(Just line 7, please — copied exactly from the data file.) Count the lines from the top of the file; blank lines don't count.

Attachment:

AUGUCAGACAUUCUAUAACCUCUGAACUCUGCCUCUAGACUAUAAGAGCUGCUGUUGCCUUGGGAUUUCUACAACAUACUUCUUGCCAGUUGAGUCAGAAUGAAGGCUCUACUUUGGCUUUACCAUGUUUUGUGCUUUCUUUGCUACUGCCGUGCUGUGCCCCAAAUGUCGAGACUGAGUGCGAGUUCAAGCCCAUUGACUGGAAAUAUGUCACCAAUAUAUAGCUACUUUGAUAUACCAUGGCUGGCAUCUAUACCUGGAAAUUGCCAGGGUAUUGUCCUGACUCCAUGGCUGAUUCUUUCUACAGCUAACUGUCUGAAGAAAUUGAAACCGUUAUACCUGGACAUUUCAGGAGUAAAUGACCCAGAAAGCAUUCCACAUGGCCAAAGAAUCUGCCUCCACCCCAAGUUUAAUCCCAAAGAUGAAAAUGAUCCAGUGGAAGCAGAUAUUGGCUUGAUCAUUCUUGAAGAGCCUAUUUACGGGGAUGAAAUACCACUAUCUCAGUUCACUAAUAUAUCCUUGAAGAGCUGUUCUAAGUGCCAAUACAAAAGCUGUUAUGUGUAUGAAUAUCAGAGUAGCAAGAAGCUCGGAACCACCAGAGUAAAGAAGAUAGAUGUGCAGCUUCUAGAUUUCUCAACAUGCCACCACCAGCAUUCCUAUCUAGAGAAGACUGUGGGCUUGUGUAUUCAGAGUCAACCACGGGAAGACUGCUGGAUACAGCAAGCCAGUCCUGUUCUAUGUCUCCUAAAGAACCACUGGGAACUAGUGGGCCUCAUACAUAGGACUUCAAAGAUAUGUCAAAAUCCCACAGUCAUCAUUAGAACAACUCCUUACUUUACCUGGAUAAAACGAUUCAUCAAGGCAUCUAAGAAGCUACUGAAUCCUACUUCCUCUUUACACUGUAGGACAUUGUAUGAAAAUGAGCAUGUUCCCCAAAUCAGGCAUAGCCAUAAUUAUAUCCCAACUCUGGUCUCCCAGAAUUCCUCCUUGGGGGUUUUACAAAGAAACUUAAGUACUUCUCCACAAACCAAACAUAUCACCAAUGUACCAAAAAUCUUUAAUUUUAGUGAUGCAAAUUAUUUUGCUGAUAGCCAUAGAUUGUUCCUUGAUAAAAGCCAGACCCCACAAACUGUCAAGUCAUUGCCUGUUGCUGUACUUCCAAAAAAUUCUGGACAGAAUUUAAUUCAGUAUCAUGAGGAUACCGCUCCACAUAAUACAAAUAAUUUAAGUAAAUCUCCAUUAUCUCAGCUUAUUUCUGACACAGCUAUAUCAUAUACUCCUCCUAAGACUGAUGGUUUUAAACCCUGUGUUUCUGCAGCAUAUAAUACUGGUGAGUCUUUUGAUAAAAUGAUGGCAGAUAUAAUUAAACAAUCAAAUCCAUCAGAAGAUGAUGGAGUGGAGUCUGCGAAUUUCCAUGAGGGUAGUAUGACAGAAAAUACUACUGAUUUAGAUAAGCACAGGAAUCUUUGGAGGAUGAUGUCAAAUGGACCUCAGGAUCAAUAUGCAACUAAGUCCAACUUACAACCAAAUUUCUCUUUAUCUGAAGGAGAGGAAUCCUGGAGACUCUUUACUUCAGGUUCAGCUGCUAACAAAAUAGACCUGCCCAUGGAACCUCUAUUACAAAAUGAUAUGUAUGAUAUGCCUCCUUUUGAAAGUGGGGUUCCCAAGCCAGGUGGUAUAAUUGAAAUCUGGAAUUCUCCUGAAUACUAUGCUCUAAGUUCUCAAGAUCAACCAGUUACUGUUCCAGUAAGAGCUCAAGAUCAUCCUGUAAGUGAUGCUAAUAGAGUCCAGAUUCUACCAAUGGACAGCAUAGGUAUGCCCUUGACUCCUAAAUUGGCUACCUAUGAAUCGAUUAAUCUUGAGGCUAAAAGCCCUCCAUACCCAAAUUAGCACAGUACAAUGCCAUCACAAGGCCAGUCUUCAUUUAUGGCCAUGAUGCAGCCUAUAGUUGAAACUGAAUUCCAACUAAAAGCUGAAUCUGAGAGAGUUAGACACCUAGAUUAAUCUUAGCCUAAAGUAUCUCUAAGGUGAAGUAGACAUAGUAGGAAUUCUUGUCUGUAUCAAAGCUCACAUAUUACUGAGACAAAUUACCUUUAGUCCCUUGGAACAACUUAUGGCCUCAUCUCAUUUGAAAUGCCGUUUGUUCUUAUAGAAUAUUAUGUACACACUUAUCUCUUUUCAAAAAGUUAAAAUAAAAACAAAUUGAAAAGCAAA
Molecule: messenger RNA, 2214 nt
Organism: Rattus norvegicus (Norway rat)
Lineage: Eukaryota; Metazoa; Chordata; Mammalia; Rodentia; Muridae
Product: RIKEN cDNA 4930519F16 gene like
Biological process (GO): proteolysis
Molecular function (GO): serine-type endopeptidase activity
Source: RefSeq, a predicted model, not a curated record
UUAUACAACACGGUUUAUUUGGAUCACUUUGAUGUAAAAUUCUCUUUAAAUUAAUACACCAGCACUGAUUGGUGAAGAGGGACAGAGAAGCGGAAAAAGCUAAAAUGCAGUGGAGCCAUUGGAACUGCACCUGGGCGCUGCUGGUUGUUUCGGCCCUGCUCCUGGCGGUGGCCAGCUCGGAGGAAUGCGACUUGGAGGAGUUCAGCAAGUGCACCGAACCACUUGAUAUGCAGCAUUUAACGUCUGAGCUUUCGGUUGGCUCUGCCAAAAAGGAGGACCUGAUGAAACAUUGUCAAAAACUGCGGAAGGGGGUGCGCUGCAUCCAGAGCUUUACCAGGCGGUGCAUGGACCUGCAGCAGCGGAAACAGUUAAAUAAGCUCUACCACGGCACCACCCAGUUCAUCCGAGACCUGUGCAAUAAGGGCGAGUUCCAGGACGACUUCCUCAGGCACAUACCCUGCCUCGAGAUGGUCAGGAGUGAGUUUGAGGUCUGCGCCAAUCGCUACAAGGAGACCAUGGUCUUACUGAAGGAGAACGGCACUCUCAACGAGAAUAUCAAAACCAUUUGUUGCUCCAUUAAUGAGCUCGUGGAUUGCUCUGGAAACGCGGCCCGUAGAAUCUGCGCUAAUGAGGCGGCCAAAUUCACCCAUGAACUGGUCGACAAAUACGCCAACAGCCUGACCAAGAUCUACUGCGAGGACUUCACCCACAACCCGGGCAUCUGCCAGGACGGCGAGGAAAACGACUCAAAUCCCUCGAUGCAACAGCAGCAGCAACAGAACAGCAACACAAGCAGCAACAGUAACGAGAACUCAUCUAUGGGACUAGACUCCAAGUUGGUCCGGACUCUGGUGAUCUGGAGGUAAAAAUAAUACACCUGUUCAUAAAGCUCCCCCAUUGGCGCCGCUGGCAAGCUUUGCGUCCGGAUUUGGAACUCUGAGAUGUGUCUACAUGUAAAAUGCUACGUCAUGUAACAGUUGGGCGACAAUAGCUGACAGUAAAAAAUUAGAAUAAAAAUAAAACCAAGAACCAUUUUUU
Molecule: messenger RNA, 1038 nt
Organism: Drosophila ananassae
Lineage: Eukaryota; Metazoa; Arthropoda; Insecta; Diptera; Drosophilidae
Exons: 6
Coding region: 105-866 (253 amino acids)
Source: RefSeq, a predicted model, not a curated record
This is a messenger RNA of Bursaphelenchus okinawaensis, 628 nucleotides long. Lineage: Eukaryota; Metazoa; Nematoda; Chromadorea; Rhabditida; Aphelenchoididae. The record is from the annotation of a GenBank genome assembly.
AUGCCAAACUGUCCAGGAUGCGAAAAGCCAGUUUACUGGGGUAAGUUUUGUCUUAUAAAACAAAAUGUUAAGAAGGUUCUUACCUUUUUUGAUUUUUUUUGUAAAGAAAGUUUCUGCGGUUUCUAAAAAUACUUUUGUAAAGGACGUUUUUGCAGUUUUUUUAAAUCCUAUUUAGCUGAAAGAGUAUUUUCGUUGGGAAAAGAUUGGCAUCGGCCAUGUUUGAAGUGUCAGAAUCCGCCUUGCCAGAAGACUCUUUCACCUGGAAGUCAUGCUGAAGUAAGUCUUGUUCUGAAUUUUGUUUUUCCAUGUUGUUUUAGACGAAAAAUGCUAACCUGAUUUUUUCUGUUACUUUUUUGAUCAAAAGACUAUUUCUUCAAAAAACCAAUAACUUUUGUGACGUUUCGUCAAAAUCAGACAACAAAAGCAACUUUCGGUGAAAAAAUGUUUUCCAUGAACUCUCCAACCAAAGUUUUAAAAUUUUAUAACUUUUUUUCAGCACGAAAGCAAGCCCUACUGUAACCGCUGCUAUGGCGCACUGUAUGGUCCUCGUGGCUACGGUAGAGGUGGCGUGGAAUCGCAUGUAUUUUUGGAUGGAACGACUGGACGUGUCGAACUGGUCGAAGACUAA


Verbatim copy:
Molecular function (GO): serine-type endopeptidase activity